The Department of Chemical Engineering and Biotechnology has been awarded two studentships by the East of England Development Agency (EEDA) for 2009. The awards went to Dr Markus Kraft and Dr Sabine Bahn.
The EEDA is the driving force behind sustainable economic growth and regeneration in the East of England and it administered a competition for Industrial Co-operative Awards in Science and Engineering (ICASE) Studentships for the East of England region on behalf of the Engineering & Physical Sciences Research Council (EPSRC). These studentships are normally allocated to regional small and medium sized companies based within the East of England and enable the company to take the lead in defining projects for students and selecting the academic partner of their choice.
Computational Modelling Cambridge Ltd. (CMCL), a technology-intensive SME will be co-sponsoring one of the studentships at the Computational Modelling (CoMo) Group in this Department. The research project will be "Alt-blend – Alternative fuel based blending strategies for advanced clean Diesel engines". Dr Kraft from the CoMo group said, “We are pleased to accept this prestigious EEDA award which helps us advance our computational research methodologies to solve today’s practical engineering challenges faced by the industry. Dr. Amit Bhave, Chief Executive Officer of CMCL explains, “From practical environmental perspective, alternative fuel blends in advanced clean Diesel engine technologies show promising emissions-reduction potential. As a result of the Alt-blend project, we aim to offer our customers a better understanding of the impact of futuristic fuel-blends on engine performance and emissions, using sophisticated modelling techniques”.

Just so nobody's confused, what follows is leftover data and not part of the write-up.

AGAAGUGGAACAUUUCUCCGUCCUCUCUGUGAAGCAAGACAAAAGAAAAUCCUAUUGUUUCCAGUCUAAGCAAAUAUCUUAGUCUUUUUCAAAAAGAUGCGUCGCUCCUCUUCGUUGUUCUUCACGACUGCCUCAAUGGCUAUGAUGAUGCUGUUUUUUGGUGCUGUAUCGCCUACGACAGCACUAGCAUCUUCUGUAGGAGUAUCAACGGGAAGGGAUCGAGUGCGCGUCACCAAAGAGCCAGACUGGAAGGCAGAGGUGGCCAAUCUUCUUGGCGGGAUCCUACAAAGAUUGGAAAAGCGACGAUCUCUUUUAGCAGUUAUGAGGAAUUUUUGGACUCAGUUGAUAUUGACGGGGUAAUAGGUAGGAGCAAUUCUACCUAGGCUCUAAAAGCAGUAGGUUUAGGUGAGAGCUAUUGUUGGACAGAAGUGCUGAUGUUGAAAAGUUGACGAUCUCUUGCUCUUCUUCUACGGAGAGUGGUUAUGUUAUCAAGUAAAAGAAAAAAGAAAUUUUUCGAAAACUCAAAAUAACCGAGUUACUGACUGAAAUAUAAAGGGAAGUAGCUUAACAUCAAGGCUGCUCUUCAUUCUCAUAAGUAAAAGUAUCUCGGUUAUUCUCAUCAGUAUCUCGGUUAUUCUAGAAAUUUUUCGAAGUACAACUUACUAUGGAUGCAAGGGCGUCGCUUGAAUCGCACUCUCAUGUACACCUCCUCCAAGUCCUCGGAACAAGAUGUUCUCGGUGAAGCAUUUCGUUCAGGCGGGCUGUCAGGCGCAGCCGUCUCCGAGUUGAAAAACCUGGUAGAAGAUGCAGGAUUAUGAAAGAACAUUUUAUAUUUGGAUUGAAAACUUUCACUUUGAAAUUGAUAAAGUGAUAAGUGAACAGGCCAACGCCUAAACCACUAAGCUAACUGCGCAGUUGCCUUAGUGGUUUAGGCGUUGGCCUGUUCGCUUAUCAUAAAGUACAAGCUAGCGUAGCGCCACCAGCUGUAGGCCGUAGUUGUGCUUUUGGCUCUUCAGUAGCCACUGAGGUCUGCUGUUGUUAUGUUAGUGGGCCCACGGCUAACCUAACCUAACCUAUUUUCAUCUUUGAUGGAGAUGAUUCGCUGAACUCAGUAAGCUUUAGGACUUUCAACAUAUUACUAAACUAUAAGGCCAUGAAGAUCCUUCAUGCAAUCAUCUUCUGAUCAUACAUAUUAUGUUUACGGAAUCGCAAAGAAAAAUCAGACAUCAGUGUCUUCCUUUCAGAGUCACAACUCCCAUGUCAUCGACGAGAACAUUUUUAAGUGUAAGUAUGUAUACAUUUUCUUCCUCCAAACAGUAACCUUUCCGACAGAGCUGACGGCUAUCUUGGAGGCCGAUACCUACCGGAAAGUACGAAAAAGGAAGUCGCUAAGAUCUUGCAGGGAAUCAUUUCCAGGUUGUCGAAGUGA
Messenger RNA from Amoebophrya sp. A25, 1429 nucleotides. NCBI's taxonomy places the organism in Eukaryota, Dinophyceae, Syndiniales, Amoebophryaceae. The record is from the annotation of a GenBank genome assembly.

The other award goes to Dr Sabine Bahn of the Cambridge Centre for Neuropsychiatric Research. She said, "We are pleased to accept this prestigious EEDA award which will help us to advance our research into the causes of autism spectrum disorders. It is anticipated that a successful outcome of the project will result in the development of a much-needed diagnostic for improved care of these individuals and may also lead to the development of novel therapeutics".